Uncut Gems (2019) – Dir: Josh Safdie (Heaven Knows What) and Benny Safdie

Adam Sandler disappears into the role of young, Jewish hustler and degenerate gambler, Howard Ratner, with big dreams and a sharp mind. A wife who loathes him and doesn’t understand him, but his kids love him. His girlfriend is in love with him and she is sweet and devoted, even if it is somewhat difficult for him to trust her fidelity at times.

Howie did his research and while dodging a loan shark and his idiot loose-cannon bodyguards and bullets, as well as excessive hand-to-hand violence, from them, he has a million dollar stone to sell.

Howie is a jeweller so he’s in the right business. The stone is worth a million because he acquired something nobody else was looking for.

Howie is also a basketball fan, his young son follows his dad’s passion for basketball. In other circumstances, Howie could be a great father. He loves his kids and always tries to be there for them. But his gambling and lack of caution when dealing with violent criminals, can get him in trouble – which when he finds himself in it, seems to take him by complete surprise.

One thing it is important to recognise is that Howie is a top-tier bullshit artist and compulsive liar. He’s also an expert businessman. Alot of the time, when he’s trying to do business, people don’t believe him and this also puzzles him. He can’t close deals sometimes, or there are upsets, when he tries to do legitimate business, but the uneducated associates think he’s full of shit. Which is true sometimes, but it still feels so unfair when he gets ignored by the ignorant – who should know better. Unfortunately, this usually happens when he has a lot to lose – often his life and/or bodily harm – which is his own fault most of the time.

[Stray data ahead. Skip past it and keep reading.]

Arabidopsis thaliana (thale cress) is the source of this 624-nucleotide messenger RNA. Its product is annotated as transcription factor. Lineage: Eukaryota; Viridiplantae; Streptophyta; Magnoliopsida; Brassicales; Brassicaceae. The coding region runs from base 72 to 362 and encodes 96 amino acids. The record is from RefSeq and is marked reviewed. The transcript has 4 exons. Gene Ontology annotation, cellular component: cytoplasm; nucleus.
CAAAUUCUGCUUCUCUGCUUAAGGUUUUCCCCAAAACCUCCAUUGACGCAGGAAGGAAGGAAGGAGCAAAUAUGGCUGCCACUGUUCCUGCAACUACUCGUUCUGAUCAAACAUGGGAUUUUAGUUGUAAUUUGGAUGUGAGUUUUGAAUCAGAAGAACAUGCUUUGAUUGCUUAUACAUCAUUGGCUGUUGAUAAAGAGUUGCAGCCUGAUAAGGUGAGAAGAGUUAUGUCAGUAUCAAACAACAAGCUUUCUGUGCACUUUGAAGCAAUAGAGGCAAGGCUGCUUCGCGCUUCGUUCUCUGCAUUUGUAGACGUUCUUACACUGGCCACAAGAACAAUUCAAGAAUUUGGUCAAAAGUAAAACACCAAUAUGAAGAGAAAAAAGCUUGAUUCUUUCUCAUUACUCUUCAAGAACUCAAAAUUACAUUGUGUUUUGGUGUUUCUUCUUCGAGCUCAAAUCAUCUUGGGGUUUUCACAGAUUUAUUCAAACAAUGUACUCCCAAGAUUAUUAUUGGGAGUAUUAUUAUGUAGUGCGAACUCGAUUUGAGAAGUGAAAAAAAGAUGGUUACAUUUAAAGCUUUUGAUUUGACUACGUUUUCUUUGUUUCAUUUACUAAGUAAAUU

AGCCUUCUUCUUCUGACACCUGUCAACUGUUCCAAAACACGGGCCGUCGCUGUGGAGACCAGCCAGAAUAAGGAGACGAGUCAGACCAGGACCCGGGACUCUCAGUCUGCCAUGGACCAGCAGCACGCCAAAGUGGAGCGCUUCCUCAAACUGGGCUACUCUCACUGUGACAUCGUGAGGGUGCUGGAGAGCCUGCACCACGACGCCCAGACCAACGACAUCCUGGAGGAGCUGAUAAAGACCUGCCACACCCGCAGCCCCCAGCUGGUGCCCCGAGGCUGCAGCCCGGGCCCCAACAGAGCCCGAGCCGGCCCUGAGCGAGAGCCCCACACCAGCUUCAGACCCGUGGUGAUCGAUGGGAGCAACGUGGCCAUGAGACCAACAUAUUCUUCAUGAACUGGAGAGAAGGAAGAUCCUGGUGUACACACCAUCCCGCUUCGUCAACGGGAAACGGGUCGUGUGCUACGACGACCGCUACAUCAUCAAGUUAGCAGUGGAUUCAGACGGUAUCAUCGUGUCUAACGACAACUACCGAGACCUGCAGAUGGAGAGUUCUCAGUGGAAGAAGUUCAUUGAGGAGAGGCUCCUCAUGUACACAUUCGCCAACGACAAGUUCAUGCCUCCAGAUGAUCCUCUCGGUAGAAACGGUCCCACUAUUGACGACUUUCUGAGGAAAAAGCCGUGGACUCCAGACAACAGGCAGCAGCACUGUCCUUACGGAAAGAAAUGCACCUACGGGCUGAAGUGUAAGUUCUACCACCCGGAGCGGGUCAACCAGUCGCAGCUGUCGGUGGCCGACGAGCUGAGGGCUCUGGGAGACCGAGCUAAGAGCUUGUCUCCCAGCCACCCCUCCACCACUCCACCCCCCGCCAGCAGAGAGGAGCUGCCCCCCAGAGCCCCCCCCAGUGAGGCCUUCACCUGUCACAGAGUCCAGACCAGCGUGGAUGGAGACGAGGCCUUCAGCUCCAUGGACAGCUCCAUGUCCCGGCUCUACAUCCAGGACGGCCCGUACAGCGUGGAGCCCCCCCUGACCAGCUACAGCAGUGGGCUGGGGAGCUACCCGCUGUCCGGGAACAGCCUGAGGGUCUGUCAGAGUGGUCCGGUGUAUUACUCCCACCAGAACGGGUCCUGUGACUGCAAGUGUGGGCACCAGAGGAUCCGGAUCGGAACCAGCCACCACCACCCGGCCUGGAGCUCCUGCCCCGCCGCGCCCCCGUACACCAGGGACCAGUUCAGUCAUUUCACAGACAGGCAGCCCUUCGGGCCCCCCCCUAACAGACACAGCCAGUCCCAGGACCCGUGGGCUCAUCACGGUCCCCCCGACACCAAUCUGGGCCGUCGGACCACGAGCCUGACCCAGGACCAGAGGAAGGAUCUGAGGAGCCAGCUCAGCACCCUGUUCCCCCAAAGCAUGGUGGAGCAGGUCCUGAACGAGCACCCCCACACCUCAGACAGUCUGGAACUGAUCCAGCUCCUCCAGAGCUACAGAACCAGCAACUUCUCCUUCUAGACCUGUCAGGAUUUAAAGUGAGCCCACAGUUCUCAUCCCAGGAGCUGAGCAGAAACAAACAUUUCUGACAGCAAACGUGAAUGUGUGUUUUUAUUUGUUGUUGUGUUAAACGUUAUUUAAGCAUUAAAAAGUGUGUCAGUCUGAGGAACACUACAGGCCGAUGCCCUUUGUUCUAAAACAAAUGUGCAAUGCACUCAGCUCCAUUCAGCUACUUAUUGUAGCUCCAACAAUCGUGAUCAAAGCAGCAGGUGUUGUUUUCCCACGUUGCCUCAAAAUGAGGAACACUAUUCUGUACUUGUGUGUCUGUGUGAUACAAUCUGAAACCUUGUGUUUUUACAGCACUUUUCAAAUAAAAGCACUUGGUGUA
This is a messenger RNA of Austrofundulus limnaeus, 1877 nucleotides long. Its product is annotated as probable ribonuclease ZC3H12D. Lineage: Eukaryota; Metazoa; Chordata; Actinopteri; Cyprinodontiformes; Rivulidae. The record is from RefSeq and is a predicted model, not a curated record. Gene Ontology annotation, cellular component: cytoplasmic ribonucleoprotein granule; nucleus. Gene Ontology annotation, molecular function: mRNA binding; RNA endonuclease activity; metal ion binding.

Okay, so the writing is good in the way that it’s a simple story with lots of intricate puzzle pieces, layers of complex elements and lenses. We have a few important characters. Especially Howie and his girlfriend. The style of writing is nice, too. The characters and dialogue are fresh and interesting enough. The way the story is told is, in a sense taking the audience on a journey, following Howie and the others, in raw detail.

Simply told. But we care about the characters because every character in the film has several dimensions, even the walk-on parts are interesting in that there is consistently more to them than surface details and obvious motivations. Some people care about Howie, others don’t so much. And it’s not always obvious telling which people are on his side – that’s the most unique thing about this film. Trying to figure out who is on Howie’s side and watching Howie, himself, hoping that he wins this time, as he bets more than he has, again.

The visual language of this film is simple. And there is no x-factor. I have covered about the limits of this film’s upside. The downside is that besides the solid ending and that donkey that the audience will wish hellfire upon, there’s not much more to it.

2.5 stars

cheesy chicken and pea risotto with mushrooms recipe

The trickiest thing about cooking a risotto is that you have to stand over it, stirring, the entire time you’re cooking it. You can’t walk away from it. Other than that it is a lot simpler than you may think.